People have the disposable income, but the offering is simply not there or not enough. The cinema space can provide the same ambience and more, if there are more of them around.

What about the capital requirement?

That’s a double-edged sword because it is a fairly new market. The figures are not very transparent. Recently, I was talking to a client who was ready to go into the business.

When I sent him the invoice he said, wow, you don’t really want me to do this project, do you? I introduced him to the Bank of Industry and it  was then when it sank for him: wow, this is really how much it costs.

It costs money because we have to build things like acoustic walls, and also the equipment.   A cinema is not just four walls with a projector, and there lies the misconception.

There is no way around it, but I have come up with local solutions to bring prices down, and that is where my experience and knowledge can save them money.  The key thing about cinema is location, location, location. If you get the location right you are halfway there. Leave the rest to me!

Is it possible to have a cinema that focuses on local communities, rather than major cities? 

Yes, it is possible. I worked on a pilot scheme with the Lagos State Government on a series of community cinemas. It was very promising but at some point some people hijacked it.

Till date, I don’t know how it went. But I believe there are still discussions around it. Ten years ago, former Governor Babatunde Fashola went to India and he was inspired by how their community cinemas were very important to them in creating an entertainment point.

I believe the discussion over community cinema is ongoing in Lagos and the government is taking it seriously.

ALSO READ: Cinema owners open up on why Hollywood films are dominating Nigerian box office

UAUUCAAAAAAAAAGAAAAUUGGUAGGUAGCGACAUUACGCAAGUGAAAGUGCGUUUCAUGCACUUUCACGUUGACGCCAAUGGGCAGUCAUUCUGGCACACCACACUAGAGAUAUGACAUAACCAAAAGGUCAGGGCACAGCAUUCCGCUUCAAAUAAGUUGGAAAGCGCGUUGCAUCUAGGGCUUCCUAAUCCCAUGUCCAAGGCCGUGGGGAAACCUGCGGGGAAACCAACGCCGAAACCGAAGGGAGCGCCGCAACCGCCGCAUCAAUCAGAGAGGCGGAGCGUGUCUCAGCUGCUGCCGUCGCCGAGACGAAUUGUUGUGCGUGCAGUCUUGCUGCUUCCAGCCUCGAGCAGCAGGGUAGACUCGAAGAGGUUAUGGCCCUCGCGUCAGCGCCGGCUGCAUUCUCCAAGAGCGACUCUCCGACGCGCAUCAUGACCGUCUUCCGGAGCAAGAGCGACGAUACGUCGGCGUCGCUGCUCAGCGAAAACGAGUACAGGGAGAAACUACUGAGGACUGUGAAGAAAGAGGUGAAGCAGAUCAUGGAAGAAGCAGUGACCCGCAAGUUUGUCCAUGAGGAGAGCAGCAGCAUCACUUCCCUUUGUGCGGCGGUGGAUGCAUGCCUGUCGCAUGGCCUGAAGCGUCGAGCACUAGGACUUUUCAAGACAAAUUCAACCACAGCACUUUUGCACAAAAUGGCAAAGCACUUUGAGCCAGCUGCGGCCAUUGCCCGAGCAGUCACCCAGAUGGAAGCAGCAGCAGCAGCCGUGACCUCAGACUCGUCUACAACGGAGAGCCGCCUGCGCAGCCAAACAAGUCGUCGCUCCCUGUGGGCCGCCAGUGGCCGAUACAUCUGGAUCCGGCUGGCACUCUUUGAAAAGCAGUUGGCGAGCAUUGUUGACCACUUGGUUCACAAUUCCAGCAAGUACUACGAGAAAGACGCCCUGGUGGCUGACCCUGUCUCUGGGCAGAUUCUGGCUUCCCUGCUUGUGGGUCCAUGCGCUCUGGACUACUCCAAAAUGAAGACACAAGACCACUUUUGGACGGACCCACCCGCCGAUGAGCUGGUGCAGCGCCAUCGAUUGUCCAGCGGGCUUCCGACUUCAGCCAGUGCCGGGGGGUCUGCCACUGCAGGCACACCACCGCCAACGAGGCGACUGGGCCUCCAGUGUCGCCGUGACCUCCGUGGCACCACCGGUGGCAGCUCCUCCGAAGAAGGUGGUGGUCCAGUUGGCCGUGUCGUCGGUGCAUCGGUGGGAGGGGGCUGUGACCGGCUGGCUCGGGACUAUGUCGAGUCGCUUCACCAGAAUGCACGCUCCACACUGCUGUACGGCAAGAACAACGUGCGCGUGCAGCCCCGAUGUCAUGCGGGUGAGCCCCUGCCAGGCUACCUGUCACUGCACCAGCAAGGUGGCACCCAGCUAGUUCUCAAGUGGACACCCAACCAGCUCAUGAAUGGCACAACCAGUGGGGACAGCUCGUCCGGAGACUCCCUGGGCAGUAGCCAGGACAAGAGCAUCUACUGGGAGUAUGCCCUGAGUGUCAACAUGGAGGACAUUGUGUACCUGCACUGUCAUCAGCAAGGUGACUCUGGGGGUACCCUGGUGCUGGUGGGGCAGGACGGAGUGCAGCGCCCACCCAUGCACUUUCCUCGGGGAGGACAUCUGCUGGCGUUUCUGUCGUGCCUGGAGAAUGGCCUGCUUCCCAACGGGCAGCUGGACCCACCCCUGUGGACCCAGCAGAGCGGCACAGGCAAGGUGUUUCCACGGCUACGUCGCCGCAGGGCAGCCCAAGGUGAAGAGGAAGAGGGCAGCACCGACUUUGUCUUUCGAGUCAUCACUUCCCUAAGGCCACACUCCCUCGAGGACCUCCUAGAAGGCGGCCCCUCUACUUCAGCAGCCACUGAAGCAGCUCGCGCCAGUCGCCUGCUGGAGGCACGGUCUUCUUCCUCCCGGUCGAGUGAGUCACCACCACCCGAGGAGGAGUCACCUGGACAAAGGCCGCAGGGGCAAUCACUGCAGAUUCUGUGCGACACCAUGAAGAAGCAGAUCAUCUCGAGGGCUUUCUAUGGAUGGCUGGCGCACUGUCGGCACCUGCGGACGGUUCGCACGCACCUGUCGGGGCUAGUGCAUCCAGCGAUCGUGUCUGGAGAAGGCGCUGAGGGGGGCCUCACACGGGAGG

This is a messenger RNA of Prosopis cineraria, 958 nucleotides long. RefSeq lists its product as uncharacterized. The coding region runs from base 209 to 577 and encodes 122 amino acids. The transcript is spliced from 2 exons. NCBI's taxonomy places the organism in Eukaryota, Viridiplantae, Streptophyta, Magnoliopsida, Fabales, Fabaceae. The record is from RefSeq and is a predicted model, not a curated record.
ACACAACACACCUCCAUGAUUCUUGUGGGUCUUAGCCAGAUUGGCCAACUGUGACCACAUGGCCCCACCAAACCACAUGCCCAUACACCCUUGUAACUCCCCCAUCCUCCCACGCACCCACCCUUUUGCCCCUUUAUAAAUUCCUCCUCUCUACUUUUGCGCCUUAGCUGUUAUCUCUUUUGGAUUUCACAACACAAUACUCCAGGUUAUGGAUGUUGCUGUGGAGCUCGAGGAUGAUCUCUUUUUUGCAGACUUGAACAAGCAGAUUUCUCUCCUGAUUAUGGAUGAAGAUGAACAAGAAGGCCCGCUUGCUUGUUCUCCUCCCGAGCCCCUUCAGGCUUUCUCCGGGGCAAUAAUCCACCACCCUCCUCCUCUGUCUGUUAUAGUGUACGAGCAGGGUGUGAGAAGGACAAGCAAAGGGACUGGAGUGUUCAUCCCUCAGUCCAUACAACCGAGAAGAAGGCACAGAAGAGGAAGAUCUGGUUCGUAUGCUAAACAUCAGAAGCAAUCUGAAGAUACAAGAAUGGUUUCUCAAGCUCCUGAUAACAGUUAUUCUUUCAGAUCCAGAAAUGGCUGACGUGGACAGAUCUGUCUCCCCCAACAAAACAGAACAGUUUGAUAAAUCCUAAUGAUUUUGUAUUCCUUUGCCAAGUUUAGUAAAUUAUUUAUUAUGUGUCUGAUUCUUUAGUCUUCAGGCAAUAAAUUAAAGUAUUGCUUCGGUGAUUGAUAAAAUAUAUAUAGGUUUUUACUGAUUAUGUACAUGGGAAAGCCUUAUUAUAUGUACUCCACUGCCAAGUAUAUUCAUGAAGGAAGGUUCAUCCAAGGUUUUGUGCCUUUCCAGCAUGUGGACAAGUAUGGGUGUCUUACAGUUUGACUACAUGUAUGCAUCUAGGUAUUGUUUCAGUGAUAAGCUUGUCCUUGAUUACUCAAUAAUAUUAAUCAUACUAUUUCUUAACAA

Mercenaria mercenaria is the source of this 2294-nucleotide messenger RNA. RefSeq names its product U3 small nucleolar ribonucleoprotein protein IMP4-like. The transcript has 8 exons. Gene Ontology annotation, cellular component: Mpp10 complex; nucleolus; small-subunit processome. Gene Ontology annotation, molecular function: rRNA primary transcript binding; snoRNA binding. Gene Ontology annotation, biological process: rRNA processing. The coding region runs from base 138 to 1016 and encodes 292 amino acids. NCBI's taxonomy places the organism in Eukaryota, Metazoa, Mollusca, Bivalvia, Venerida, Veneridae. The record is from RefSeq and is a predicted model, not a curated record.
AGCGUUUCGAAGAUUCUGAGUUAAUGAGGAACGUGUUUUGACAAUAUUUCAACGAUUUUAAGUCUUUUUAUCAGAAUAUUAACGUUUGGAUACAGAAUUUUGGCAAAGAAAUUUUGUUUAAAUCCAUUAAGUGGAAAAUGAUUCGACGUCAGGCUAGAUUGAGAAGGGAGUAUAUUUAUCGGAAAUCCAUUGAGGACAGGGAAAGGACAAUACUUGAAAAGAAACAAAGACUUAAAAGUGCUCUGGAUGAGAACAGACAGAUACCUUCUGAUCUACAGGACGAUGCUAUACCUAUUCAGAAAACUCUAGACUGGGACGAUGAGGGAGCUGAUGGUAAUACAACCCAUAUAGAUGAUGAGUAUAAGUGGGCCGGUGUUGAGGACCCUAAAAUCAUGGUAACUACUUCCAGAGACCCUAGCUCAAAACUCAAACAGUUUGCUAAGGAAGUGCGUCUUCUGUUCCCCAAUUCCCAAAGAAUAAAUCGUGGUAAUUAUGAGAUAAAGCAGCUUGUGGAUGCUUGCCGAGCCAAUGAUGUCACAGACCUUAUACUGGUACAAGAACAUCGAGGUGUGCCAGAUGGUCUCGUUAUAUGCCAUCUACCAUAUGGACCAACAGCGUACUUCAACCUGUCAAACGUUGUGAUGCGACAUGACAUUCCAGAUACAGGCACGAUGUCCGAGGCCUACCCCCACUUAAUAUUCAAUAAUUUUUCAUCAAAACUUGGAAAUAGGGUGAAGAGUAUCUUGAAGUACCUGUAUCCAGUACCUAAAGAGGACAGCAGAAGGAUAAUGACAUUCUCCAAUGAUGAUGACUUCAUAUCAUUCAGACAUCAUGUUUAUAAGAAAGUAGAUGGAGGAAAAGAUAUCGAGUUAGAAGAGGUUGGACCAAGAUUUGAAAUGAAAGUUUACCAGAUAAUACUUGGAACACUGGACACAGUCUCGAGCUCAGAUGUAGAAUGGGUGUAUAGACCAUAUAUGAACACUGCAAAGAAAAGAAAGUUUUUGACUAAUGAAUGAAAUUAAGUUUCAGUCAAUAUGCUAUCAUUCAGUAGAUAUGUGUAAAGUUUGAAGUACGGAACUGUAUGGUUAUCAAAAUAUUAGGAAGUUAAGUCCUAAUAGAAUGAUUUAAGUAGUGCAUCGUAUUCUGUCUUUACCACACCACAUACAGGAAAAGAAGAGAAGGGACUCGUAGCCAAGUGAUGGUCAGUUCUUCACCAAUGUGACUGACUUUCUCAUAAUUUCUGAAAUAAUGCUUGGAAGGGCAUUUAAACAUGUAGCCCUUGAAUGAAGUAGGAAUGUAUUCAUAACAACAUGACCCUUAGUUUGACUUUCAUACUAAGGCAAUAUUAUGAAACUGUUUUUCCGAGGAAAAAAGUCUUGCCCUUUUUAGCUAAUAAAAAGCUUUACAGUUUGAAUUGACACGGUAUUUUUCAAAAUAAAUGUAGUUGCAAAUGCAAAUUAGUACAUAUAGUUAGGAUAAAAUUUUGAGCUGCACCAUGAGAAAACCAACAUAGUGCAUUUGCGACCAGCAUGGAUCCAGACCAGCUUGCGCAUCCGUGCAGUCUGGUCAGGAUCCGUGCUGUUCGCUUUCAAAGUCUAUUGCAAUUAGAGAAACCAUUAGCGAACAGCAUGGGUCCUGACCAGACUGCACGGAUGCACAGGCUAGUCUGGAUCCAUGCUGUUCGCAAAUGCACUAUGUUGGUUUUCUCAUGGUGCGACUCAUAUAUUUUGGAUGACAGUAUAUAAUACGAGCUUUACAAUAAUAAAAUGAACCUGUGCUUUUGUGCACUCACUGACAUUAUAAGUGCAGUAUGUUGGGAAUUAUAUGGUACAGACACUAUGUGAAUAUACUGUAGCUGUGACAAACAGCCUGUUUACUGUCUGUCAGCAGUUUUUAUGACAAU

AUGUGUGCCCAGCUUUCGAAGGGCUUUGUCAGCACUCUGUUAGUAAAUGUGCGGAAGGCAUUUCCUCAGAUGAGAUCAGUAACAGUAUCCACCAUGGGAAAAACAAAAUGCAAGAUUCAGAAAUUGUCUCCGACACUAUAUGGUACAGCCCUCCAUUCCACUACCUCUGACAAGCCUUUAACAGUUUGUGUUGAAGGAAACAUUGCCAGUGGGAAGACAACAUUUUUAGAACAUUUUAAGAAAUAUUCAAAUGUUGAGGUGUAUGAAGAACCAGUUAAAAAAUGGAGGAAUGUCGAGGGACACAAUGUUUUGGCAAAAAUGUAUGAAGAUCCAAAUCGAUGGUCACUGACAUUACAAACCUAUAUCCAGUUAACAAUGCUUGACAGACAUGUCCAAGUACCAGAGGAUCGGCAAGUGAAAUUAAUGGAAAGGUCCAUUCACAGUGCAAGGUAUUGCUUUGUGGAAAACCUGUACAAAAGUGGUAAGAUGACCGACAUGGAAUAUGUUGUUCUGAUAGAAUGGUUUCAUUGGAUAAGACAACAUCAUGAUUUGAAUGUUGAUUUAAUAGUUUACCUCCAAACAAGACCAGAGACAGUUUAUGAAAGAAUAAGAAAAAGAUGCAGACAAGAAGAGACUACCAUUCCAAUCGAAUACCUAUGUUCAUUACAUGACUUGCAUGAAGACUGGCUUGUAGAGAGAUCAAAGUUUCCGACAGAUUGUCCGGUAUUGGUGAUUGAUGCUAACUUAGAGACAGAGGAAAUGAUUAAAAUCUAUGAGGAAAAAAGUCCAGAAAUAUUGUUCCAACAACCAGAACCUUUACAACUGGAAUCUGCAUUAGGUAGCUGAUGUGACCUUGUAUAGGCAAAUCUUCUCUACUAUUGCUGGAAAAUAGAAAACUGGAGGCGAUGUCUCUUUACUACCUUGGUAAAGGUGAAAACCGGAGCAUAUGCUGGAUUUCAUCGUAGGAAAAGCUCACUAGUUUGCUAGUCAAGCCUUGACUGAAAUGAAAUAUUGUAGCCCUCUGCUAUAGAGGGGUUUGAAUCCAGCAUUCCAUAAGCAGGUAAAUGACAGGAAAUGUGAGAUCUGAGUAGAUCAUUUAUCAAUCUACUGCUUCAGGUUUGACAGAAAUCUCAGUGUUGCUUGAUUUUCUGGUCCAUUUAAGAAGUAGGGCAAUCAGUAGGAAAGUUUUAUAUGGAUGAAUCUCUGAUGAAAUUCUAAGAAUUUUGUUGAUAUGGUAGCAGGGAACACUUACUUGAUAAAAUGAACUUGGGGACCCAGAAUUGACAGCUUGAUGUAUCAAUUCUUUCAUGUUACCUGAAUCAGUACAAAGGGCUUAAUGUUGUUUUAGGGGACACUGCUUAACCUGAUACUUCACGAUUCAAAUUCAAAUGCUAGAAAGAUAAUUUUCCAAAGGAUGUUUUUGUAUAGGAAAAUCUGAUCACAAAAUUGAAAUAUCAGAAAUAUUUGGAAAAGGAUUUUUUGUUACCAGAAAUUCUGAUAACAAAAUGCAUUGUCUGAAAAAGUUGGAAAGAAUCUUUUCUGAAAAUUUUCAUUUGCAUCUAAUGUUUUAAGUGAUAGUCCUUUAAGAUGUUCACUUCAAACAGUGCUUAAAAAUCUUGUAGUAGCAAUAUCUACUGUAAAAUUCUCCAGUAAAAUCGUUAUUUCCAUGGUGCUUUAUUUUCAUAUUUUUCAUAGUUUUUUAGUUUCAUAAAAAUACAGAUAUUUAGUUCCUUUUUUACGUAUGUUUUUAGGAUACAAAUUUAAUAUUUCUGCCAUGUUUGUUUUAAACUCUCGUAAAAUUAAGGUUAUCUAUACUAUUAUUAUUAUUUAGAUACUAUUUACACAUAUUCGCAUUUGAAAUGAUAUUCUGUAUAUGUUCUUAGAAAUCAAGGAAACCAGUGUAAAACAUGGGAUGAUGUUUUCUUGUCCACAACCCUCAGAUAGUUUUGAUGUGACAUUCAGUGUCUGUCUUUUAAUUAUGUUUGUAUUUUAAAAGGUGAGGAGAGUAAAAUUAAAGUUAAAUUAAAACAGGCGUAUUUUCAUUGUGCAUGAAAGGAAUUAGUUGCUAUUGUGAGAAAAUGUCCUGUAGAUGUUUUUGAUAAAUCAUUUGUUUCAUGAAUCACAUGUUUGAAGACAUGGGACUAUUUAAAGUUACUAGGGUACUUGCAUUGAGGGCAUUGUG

Despite the potential in cinema business, profit margins are often shielded in secrecy. Why is this so? 

That used to be the case but the situation is changing now because effective reporting is going online in real-time. The figures are now in the cloud. There is very little of what anyone can cover up now because it is out there in the cloud.

You can find out the figures for yesterday’s sales; anybody can, it is free now. The practice where cinema houses covered up their figures is fast becoming a thing of the past.

Apart from a few international experts like yourself, do you think we have enough local expertise to effectively execute big-budget cinema projects?

We have a good number of people in the business but some of them don’t have the exposure. For instance, I can assemble a team here in Nigeria and execute a cinema project simply because I have done so many projects before.

That is exactly what happened in the music industry. Because they get exposed to so much foreign production, local guys could shoot very fantastic music videos.

In the cinema design and construction sector, we need to bring in the right people and do what the music industry has done: open the industry to the outside world and allow people to learn from each other.

Apart from cinemas, what other things do you do? 

I do quite a lot: I am an inventor, a businessman in the plant-based food manufacturing sector and I have two patents to my name, to name a few.

Going by your experience, what advice would you give to young Nigerians trying to earn an honest living?

We need to change our thinking and take it away from the oil wealth entitlement mentality.   I think it’s endemic. In my experience, a lot of young people see you coming with your nice suit and expensive watch and immediately feel they are just going to earn it in a day or two.

Their leaders are failing them by not leading by example. They think that if they just go into government all of a sudden they will be rich.

Something needs to be done and it has to come from the leadership, where you show people that if you work hard you can achieve anything you want but it’s not going to be overnight.

Vanguard